April 9: I got started on the Twin Mountains coach. The colour scheme will be Polly-S coach green with Polly-S beige highlights and Floquil maple stain everywhere else.

April 20: The coach is finished, which means I have finally have something to pull at the next steamup.

April 29: John Frank hosted the Spring 2006 Katy Steamup today. A photo set is available here.

May 20: Robin and I moved some more plants around and I reballasted a good portion of the line. This time I screened the decomposed granite ballast and used only 1/4″-minus material. I also harvested a good load of oregano, thyme and rosemary.

May 21: I started work today on the Hartford Products disconnects or “bobbers” as they are called on some logging outfits. Lots of drilling and distressing of the wood. I’ll use some old Floquil “Natural Pine” stain with a wash of Weather-It. Metal pieces will be darkened with Blacken-It.

May 27: I attended the Memorial Day Weekend Southwest Live Steamers/Houston Area Live Steamers meet at Zube Park in northwest Houston. Photo set available here.

June 10: I finally started back working on the disconnects today, after a few weekends off doing other things.

July 2: We’ve been traveling for a couple of weeks, and when we returned, we discovered the Lost Hollow has become seriously overgrown in several areas. A morning in the garden and things are back in order. I’m also trying to finish up work on the logging disconnects so that I can get back to other projects like some more figures and some buildings.

July 15: I’ve finally completed the logging disconnects to the point where they can be used. I haven’t yet put the brake gear on; it’s pretty fiddly work. Other than that, I’m pretty happy with the way they turned out.

August 20: Once again it’s been a while since I worked on the Lost Hollow; it’s just been too hot here over the last couple of months. However, after our weekly cutting of the lawn, Robin helped me weed the town end of the layout. The forest end has fared much better in terms of weeds. Hopefully, we’ll get a chance to run everything in September. I’m also looking at some more buildings.

Logging Disconnects for the LHR

Given the Lost Hollow Railway’s logging theme, some log hauling rolling stock would make a good start. Rather than building a simple set of flatcars, I thought I might go for more of a big logging look by getting some disconnects. A single disconnect simply supports the cut tree at one end and relies on the tree to be its own support. Finescale Railroader‘s March 2006 Issue has some excellent pictures of Michigan-California Lumber Company’s disconnects. I especially like the hand-painted car numbers and I will try to do something similar on the Lost Hollow Railway cars.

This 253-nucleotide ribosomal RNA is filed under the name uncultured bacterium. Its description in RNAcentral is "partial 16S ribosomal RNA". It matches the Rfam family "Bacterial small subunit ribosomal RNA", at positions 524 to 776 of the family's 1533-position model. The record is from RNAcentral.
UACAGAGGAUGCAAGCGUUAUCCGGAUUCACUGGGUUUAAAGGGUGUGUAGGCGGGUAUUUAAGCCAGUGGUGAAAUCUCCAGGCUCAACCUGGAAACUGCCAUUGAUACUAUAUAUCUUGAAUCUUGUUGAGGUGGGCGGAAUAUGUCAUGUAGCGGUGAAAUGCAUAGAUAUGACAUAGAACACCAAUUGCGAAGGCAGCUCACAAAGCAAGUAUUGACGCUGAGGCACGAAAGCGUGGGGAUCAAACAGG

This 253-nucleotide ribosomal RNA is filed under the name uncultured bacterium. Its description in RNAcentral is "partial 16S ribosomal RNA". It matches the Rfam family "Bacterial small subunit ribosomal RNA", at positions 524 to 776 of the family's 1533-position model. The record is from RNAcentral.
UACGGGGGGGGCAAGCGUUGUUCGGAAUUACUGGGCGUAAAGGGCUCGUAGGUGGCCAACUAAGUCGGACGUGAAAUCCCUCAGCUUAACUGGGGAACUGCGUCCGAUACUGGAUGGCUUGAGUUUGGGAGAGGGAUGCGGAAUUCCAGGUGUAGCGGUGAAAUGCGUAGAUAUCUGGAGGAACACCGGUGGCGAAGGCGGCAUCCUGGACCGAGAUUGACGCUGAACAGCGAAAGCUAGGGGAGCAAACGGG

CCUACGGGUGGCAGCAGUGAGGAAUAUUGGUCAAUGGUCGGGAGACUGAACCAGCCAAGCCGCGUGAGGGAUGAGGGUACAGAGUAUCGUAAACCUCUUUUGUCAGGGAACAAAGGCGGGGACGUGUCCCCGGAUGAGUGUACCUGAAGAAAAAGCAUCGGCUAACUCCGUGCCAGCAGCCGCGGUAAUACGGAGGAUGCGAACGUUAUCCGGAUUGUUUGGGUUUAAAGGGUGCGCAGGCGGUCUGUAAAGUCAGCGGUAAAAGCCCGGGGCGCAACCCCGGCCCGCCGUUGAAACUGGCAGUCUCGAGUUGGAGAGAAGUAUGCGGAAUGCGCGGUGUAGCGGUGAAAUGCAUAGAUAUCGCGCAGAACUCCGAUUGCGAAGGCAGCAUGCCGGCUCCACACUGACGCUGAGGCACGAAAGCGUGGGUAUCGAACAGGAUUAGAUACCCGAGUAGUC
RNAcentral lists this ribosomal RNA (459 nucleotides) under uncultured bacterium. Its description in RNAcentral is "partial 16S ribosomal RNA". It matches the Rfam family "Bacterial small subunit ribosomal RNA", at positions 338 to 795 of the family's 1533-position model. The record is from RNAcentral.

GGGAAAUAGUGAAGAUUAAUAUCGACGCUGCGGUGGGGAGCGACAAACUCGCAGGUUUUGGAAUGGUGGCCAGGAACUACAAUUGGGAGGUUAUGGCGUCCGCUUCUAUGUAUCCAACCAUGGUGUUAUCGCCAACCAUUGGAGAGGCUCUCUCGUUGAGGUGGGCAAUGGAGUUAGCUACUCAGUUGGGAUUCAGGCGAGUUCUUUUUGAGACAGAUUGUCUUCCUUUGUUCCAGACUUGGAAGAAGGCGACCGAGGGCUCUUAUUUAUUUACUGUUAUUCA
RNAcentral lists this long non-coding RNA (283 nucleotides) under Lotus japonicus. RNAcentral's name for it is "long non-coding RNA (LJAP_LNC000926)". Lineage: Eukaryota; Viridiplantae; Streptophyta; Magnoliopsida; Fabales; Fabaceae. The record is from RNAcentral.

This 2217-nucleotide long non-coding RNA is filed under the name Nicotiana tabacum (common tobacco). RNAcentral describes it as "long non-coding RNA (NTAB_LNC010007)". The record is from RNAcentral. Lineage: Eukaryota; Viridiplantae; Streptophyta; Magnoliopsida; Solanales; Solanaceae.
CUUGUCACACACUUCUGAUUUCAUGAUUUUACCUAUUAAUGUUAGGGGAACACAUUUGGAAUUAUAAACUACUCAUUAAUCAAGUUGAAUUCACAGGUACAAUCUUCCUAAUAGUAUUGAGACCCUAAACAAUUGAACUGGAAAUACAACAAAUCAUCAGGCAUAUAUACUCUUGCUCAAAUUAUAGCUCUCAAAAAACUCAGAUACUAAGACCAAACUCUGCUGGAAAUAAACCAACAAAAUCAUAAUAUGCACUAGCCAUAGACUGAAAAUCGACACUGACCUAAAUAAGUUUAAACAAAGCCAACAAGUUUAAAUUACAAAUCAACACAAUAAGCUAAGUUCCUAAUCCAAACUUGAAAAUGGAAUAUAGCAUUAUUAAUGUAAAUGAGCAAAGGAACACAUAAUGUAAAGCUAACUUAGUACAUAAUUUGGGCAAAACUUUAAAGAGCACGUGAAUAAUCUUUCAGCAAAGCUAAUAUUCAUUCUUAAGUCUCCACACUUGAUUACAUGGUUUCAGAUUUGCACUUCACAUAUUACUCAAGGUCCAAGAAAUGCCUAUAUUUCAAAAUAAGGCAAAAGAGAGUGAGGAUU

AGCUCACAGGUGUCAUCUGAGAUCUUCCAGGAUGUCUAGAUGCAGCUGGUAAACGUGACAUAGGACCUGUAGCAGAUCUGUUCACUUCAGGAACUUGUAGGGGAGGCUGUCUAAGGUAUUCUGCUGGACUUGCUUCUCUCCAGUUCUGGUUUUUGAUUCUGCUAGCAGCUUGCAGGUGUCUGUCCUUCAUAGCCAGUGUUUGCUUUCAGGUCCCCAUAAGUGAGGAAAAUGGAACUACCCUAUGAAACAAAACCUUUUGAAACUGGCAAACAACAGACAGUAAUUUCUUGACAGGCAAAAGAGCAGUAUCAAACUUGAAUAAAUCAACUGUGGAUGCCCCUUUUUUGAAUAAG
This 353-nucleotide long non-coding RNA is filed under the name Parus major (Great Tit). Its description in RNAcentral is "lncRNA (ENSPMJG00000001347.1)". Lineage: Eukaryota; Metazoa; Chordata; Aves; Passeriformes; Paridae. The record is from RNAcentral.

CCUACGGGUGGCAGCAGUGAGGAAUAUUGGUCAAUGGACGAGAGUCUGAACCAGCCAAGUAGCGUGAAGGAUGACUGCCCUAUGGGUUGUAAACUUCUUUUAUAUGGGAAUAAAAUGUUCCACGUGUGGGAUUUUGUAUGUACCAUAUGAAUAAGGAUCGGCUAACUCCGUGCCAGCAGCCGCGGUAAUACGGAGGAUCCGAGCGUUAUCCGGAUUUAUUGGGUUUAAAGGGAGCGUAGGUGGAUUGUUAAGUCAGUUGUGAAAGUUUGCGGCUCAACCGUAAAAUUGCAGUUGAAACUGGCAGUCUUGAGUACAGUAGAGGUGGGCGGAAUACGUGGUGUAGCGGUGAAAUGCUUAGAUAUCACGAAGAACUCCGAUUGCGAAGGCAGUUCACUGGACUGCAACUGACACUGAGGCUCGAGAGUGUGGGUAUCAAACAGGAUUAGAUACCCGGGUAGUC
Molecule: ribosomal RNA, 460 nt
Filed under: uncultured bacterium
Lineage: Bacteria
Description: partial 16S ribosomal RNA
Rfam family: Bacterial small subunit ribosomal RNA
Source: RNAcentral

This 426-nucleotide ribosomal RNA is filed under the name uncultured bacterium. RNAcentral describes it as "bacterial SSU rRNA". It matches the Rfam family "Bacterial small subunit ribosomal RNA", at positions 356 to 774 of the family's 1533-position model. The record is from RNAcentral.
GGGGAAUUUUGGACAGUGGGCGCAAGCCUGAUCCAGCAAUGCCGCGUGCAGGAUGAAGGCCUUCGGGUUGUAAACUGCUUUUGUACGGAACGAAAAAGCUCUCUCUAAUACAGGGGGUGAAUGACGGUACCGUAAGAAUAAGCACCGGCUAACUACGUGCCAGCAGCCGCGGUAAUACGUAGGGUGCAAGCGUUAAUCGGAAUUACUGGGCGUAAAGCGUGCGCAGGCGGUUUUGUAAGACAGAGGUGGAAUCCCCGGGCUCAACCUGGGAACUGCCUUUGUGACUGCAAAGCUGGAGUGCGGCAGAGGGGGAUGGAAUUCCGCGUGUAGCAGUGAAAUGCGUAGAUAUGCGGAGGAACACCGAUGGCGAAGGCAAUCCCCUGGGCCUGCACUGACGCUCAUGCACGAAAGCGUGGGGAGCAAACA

After doing some Internet searching, I purchased two Hartford Product 1:20.3 narrow gauge logging disconnect kits. The level of detail in the kits is very high and it took me some time to build the four disconnects up. I did leave some of the more fragile parts off the models (brake details mostly) as I was afraid they would not survive the rough handling these models can sometimes get.

In the end, I ‘m very happy with the way the disconnects turned out. They definitely moved some big logs around the Lost Hollow Railway.

Hauling Big Logs on the LHR
Hauling Big Logs on the LHR

A Coach for the LHR

The first completed piece of rolling stock on the Lost Hollow Railway is a Twin Mountains Model Works plantation coach. It is a very well-thought out kit; nice work on the laser cutting. The colour scheme is as follows:

  • siding: Polly-S coach green
  • trim: Polly-S SCL covered hopper beige
  • wood: Floquil maple stain
  • metal: Blacken-It

It definitely requires a “rooster” to hook it up to “Konrad”. A “rooster” was logging slang for a a piece of metal (3′ to 6′) used instead of a link in a link and pin coupler system.

Figure Building

I was really intrigued when I read Chris Walas’ articles on figure building on MyLargeScale.com. Armed with all this good information, I started sculpting a figure: Engineer Bill.

Scratchbuilt Figure: Engineer "Bill"

He’s based on a photograph from the book “The Fossmill Story” and is designed to stand in the cab of my live steam Konrad engine. I found it much easier to get the proportions right working from a photograph. Here he is after painting:

Engineer Bill Painted

LHR Engine “Konrad”

The first engine for our garden empire is a Regner Konrad. It is a very simple engine that uses a single oscillating steam cylinder to drive the wheels through a gear system. Reviews for the engine have been very positive and I bit the bullet and purchased one. Right out of the box, the Konrad was a bit too colourful for me and I set out to kitbash into a small turn-of-the-century logging locomotive. Here’s a list of things I changed:

  • Installed new wooden bumpers at both the front and rear.
  • Installed link and pins couplers back and front.
  • Repainted the underframe and cab from their red and green colours respectively to black.
  • Added a new more-to-scale engineer figure.

Konrad has been a delight to operate. I get about 15 minutes of running from a boiler full of water and a full fuel tank. Because of the gear system, the engine is quite powerful and moves a pretty consistent speed on level track. It handles the light grades on the LHR well.

I highly recommend anyone interested in live steam to take a good look at these Regner engines as their entry point into the hobby.